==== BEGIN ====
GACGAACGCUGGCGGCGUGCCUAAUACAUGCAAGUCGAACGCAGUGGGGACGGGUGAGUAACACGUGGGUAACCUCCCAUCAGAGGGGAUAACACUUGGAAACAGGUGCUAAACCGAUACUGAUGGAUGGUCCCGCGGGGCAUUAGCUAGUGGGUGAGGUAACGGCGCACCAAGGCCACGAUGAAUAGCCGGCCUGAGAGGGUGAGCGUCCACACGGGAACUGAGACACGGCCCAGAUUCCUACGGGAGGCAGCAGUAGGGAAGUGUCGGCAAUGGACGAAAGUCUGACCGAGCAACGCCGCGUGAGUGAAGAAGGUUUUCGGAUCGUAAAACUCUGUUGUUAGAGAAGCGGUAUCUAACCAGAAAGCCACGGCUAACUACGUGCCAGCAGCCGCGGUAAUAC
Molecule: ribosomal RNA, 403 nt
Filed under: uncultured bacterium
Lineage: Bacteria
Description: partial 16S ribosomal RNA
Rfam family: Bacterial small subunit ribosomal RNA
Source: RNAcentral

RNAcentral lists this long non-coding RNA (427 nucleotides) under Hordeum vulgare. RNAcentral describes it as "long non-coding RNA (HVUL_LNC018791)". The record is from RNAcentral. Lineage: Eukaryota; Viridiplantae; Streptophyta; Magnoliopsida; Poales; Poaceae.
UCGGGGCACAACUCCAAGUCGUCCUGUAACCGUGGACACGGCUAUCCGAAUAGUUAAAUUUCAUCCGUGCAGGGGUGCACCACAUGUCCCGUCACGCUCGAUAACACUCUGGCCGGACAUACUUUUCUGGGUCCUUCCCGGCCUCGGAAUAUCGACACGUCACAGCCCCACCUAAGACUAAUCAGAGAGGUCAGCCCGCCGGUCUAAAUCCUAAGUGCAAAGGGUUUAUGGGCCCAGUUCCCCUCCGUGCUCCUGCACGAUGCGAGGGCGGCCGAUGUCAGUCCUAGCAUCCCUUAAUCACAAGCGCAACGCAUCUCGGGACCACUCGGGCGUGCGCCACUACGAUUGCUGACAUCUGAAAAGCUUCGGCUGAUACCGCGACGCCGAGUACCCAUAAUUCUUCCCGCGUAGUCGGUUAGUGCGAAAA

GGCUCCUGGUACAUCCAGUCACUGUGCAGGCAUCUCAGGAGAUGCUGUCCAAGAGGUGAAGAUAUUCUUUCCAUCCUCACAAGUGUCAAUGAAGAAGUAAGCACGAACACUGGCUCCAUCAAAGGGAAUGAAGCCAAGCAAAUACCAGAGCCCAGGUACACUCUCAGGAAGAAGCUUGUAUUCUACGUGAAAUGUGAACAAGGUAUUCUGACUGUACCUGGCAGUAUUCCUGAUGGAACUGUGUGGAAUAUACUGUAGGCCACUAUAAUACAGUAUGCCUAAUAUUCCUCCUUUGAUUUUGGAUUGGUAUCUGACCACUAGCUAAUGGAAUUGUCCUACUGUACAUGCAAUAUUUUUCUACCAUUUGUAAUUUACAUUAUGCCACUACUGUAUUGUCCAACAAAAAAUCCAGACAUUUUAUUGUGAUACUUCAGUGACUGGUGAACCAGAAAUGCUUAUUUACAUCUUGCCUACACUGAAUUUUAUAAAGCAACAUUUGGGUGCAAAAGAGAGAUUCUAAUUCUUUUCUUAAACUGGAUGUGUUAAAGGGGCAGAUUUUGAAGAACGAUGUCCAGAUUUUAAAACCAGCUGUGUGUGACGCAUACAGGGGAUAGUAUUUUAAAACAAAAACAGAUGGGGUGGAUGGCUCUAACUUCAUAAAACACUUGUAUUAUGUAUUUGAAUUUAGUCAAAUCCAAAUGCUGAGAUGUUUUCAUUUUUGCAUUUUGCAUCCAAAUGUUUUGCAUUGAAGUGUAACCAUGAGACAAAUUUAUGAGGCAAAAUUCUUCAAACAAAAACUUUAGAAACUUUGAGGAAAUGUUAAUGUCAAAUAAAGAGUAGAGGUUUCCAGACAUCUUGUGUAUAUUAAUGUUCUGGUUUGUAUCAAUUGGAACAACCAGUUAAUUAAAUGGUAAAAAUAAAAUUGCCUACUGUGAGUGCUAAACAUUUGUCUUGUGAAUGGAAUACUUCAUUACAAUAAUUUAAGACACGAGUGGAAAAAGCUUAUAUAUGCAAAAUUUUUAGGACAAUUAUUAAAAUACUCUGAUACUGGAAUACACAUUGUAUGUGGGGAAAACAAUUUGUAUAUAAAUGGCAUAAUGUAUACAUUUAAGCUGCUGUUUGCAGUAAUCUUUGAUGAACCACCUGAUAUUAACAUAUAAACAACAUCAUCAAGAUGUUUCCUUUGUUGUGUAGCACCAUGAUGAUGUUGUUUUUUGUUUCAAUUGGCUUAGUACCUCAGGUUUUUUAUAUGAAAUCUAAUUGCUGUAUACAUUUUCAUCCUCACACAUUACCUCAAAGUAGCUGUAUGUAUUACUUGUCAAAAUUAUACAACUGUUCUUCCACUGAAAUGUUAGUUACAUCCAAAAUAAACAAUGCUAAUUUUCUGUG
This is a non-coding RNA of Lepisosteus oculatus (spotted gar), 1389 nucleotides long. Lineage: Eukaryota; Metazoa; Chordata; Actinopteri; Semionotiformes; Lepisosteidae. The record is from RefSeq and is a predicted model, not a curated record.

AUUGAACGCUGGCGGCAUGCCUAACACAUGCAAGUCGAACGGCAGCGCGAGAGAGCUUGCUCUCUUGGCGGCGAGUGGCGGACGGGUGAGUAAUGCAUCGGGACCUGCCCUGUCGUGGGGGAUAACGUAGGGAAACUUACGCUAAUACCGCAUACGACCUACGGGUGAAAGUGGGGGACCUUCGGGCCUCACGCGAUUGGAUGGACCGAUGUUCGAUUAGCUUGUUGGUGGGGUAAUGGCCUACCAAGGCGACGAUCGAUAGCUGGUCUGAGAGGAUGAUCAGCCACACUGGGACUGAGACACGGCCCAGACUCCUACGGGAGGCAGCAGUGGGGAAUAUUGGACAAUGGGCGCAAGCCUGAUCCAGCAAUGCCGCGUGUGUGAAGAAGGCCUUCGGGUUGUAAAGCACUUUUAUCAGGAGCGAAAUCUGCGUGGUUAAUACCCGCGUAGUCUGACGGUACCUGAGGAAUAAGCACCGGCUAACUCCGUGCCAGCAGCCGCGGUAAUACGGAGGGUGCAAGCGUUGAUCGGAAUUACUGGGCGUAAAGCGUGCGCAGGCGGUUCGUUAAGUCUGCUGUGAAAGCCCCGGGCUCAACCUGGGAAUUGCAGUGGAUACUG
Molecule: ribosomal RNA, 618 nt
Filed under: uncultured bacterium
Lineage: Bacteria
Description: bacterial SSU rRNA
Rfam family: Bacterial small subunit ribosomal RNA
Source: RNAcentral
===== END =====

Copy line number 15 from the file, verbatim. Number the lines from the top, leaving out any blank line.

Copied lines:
Lineage: Bacteria